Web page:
Bennett will not run in upcoming Knesset elections
Ahead of the expected dissolution of the Israeli Knesset, Netanyahu says he does not intend to compete in the coming elections, ending his one-year role as "Israel's" Prime Minister.
Israeli occupation Prime Minister Naftali Bennett will not stand at the upcoming general election, his spokesperson announced Wednesday evening, just hours ahead of the expected dissolution of the parliament.
Bennett announced to lawmakers from his Yamina party "his intention not to stand at the next elections," his spokesperson told the media, as Israeli Knesset members prepared to vote to dissolve "Israel's" current legislature, paving the way for national elections later this year.
Bennett's office said he would still stay on as an alternate prime minister in the coming months, as per an earlier power-sharing agreement with Israeli occupation Foreign Minister Yair Lapid.
In a live broadcast, the Israeli Prime Minister expressed that "I don’t intend to compete in the coming elections," adding that "I today end over a year as prime minister."
Bennett's eight-party alliance is due to end by midnight, installing Lapid as caretaker prime minister, in the absence of a new government.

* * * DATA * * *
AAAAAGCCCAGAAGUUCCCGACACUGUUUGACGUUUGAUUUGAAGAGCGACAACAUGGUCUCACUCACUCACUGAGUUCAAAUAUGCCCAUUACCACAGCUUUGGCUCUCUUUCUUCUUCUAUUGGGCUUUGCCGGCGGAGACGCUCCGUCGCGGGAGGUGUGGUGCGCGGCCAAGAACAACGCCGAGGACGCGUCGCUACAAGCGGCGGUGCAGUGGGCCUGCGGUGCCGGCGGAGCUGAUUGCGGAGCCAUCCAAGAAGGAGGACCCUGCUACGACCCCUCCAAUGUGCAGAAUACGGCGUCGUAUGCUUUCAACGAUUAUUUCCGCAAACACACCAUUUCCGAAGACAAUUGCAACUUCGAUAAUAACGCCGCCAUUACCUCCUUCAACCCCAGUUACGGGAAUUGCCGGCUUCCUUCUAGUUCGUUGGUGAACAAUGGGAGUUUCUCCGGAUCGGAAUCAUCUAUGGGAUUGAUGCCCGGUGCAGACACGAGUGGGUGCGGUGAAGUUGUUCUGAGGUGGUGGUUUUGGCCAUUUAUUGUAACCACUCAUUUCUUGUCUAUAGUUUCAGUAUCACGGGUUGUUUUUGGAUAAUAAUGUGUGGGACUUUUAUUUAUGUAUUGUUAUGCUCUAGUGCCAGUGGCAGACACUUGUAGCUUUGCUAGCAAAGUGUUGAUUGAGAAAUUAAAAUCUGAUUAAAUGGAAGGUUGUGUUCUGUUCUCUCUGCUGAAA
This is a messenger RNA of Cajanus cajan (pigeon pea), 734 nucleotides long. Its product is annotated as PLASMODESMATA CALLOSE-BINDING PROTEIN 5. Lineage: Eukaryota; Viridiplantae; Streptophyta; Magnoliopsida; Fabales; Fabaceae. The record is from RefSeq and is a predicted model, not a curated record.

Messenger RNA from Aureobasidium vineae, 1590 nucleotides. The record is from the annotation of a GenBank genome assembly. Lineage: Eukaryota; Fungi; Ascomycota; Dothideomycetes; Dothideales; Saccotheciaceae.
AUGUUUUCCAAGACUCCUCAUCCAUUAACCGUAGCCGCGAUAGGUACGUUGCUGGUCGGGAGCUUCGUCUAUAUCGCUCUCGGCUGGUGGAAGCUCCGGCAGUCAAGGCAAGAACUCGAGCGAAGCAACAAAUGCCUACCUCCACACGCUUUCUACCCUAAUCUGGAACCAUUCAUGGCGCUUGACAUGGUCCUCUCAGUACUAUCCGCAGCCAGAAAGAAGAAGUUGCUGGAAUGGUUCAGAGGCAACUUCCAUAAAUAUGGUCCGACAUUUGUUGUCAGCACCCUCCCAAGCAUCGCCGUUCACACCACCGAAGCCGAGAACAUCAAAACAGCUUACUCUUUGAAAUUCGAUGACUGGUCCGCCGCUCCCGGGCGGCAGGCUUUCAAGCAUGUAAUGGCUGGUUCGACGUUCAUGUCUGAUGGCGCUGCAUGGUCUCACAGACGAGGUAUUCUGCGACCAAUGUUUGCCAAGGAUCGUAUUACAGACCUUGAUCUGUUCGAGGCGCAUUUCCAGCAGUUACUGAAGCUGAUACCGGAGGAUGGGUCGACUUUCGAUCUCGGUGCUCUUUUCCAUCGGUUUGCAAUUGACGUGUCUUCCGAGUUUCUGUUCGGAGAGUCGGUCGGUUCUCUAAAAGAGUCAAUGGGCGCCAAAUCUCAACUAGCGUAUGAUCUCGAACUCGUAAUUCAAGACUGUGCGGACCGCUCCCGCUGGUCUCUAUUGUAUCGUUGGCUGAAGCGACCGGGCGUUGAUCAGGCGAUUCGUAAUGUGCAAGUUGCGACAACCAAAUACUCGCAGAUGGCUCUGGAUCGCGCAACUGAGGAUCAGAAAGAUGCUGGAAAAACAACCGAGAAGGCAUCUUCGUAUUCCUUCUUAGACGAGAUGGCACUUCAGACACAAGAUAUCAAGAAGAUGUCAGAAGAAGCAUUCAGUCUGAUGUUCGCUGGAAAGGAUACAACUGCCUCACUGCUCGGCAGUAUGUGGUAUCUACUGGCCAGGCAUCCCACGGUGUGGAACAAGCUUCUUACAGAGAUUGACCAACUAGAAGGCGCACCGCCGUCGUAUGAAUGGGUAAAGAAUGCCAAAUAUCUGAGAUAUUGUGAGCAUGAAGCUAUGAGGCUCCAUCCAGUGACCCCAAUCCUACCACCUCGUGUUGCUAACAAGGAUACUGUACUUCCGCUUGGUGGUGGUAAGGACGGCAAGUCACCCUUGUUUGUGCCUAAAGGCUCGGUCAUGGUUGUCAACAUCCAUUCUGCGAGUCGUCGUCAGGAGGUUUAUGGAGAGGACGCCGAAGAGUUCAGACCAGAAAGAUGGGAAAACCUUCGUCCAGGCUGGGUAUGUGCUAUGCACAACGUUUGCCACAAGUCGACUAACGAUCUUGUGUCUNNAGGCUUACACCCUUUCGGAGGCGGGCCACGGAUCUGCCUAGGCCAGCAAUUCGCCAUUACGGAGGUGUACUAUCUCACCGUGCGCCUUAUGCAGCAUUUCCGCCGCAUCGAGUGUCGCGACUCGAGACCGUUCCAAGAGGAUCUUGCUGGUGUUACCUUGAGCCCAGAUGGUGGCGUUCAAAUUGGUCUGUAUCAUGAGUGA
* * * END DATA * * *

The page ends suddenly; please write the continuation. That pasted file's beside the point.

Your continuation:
The move would trigger the fifth election in less than four years and could see ex-premier Benjamin Netanyahu reclaim power.
Netanyahu has pledged that his alliance of right-wingers, ultra-nationalists, and ultra-Orthodox Jewish parties will win the upcoming vote, but polls show that he may also struggle to rally a parliamentary majority.
As he and Bennett announced last week their plans to end their coalition, Lapid sought to cast Netanyahu's potential return to office as a threat.
"What we need to do today is go back to the concept of Israeli unity. Not to let dark forces tear us apart from within," Lapid said.
In the same context, CNBC correspondent Natasha Turak said that the upcoming election’s outcome "will determine future relations with Palestinians and Arab states, the Biden administration, dealing with record-high inflation," as well as the Israeli occupation's so-called security.
It is noteworthy that in order to lead the Israeli government, a party has to win a majority of 61 seats in the Knesset. If this was not achieved, the party with the most seats has to negotiate alliances with other parties to form a coalition.